I jolt awake. What a crazy dream. Rubbing my bleary eyes, I pull myself out of bed and lurch like a zombie to the bathroom.
“Come onnn, hurry up! I’ve gotta pee!”
“Rebecca!” My mom yells from another room. “Hurry up and give your brother a chance to use the bathroom!”
I decide to give the door a couple strong slams with my fist for good measure before flopping against it when, to my surprise, it swings open, and I fall face first into a patch of grass.
I must’ve tripped getting off the bus. Pushing myself to my knees, I look up, and I see… them. Zombies. Stepping off the buses. Tearing down the flagpole. Uselessly crashing into the school doors again and again. Hundreds of zombies.
How or why this is happening, I don’t know. But I do know that I need to be quiet. Carefully, I shift from my knees to my feet, but I forgot that I fell through the glass bus door, and the crunch of broken glass beneath my shoes is the worst sound I’ve ever heard.
If only the zombies agreed. Maybe then they would have run away. Instead, my chest burns, and I can’t breathe as I watch the three hundred and eighteen heads that make up my peers turn and lock their eyes on me.
I don’t wait for them to make the first move. I run.
The drumming of their hundreds of pairs of heavy feet is nearly drowned out by their even heavier breathing.
I slide across car hoods and duck between legs. At some point, I wrestle with a jock zombie and steal his baseball bat. It’s always worked in zombie movies, and it serves me well now.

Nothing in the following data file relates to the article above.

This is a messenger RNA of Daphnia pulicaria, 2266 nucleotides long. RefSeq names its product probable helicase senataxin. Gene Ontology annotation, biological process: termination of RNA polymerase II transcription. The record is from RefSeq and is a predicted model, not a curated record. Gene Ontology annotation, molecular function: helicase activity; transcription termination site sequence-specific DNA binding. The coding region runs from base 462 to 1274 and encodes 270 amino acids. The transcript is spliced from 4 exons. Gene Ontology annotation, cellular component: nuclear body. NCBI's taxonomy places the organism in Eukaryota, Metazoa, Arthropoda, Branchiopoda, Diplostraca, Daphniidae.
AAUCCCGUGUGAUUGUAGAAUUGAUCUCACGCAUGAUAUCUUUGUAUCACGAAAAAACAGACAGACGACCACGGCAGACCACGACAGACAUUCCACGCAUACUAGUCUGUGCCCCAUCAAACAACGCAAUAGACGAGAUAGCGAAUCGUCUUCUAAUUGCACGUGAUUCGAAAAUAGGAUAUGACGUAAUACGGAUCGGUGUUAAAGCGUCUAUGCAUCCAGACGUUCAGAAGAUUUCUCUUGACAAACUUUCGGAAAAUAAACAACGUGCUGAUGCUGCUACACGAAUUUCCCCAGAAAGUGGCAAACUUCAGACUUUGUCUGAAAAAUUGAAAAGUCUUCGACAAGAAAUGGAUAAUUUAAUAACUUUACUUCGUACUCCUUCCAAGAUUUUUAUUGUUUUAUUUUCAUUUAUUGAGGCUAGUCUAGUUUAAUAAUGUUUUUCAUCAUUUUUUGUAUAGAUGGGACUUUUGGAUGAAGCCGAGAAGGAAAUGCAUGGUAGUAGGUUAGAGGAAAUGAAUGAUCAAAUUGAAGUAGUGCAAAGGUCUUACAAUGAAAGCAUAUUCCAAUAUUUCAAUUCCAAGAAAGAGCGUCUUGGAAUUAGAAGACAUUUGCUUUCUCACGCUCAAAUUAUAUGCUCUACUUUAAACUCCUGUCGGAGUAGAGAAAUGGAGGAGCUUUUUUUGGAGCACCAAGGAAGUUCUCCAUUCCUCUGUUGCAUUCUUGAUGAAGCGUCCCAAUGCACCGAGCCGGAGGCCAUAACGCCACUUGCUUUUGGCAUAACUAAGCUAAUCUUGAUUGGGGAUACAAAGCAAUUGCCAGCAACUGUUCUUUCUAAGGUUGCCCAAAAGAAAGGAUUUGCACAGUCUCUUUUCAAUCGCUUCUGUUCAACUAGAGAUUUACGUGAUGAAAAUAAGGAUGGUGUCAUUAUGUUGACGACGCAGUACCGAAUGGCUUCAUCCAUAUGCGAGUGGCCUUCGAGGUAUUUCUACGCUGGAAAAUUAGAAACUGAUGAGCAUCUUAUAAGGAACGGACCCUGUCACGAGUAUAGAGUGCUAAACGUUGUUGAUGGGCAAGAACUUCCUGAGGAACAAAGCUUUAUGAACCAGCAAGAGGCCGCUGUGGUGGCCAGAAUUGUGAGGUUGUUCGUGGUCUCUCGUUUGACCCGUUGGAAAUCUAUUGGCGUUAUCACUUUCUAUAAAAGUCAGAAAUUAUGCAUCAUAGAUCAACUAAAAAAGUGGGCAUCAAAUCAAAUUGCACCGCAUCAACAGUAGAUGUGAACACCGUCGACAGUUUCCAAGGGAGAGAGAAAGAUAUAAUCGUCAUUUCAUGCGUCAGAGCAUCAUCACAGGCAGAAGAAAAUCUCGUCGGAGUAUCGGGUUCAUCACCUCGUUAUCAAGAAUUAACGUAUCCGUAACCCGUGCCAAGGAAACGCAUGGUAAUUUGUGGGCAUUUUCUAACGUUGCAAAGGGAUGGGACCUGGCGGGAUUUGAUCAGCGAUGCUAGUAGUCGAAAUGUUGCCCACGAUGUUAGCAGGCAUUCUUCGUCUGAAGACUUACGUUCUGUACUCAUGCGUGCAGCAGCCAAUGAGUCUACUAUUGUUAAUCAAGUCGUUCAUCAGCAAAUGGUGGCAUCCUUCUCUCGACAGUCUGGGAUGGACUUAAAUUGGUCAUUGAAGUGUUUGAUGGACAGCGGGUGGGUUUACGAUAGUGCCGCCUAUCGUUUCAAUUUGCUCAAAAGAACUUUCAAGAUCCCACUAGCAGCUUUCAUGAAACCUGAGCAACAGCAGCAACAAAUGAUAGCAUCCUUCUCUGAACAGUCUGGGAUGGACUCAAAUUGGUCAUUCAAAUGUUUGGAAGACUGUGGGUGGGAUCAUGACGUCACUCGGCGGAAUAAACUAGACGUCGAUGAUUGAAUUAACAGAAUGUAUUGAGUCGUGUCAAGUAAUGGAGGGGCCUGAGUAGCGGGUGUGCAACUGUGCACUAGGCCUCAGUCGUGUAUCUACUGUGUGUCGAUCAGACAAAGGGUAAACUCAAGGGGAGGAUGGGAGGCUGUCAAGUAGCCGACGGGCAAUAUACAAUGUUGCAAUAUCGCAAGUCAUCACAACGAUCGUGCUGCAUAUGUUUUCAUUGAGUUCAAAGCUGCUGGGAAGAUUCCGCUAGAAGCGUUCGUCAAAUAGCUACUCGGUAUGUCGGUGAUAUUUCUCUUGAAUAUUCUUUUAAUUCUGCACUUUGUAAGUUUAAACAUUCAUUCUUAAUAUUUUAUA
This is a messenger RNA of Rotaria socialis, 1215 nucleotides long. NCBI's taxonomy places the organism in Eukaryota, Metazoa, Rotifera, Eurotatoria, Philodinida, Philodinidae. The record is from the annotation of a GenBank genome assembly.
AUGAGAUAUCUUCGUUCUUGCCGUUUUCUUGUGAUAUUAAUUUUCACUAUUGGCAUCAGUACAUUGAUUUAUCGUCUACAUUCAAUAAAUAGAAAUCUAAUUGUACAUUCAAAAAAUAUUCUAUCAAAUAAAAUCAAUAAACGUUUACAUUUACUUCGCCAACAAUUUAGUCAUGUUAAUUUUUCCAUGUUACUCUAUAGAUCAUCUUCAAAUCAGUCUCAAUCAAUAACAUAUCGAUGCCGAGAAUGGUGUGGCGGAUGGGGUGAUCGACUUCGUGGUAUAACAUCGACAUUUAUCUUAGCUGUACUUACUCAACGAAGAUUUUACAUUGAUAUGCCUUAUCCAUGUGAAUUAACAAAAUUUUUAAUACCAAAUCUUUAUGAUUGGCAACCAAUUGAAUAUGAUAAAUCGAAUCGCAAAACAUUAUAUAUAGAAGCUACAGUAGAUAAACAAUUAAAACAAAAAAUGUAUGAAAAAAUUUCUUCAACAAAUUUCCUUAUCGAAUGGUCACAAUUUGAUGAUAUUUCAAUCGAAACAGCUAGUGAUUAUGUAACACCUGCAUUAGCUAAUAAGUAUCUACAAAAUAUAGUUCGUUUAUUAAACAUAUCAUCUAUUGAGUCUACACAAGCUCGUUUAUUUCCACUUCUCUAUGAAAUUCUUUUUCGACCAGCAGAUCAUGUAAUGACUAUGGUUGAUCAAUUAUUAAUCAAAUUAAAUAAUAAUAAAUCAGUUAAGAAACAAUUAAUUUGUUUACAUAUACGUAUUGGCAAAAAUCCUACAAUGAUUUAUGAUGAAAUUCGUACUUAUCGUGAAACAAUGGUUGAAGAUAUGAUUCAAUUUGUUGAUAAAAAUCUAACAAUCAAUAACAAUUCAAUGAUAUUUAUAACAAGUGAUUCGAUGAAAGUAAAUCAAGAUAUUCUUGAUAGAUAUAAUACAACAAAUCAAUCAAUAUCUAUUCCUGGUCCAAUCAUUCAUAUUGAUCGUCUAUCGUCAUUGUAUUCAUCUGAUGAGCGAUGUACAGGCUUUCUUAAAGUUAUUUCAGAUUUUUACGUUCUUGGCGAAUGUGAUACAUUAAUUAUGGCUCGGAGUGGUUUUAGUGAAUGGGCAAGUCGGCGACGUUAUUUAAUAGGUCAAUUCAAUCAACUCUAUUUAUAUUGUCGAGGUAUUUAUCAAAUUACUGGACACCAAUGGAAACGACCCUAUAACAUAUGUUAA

I swing left, right, up, down, and everything in between. Finally, I’ve bashed enough zombie brains to give myself a bit of a head start, and I duck around the back of the school for a breather. And there he is.
I should’ve known he’d be here. It’s our spot. Well, more accurately, it’s where I like to hide and watch him walk to the bus after school. But when I daydream in class, this is where I imagine we would sneak off to. He steps closer. His arms reach for me so he can pull me in and comfort me. I don’t hesitate. I throw myself into him, nearly knocking him over. Tears sting my eyes as the musty smell of his basketball jersey covers my nose. Gently, he strokes my hair.
“B— B—,” he says.
“It’s okay.” I assure him. My voice is muffled. “You can call me babe.”
His voice is deep and gravelly. “Brains!” He shouts, as he clutches my skull and squeezes.
I open my eyes. Just a dream.
With a heavy sigh, I swing my legs over the edge of my bed, trying to hold on to the smell of his jersey, but it fades too fast. The hardwood floor is cold against the soles of my feet, and I throw my blanket around myself like a cloak before making the trek to the bathroom.
“Come on! Keep up!” Rebecca yells from the top of the hill.
I pull my cloak tighter around me as I push through the snow. The wind picks up, and it’s hard to make out the vague shadows of people and sleds ahead of me through the blizzard. Snow packs itself around my ankles, and my slow trudge becomes an even slower shuffle. It piles on, past my knees, to my waist. I try to dig it away, but it’s building too fast. It’s up to my sternum now, and my breathing is shallow and panicked.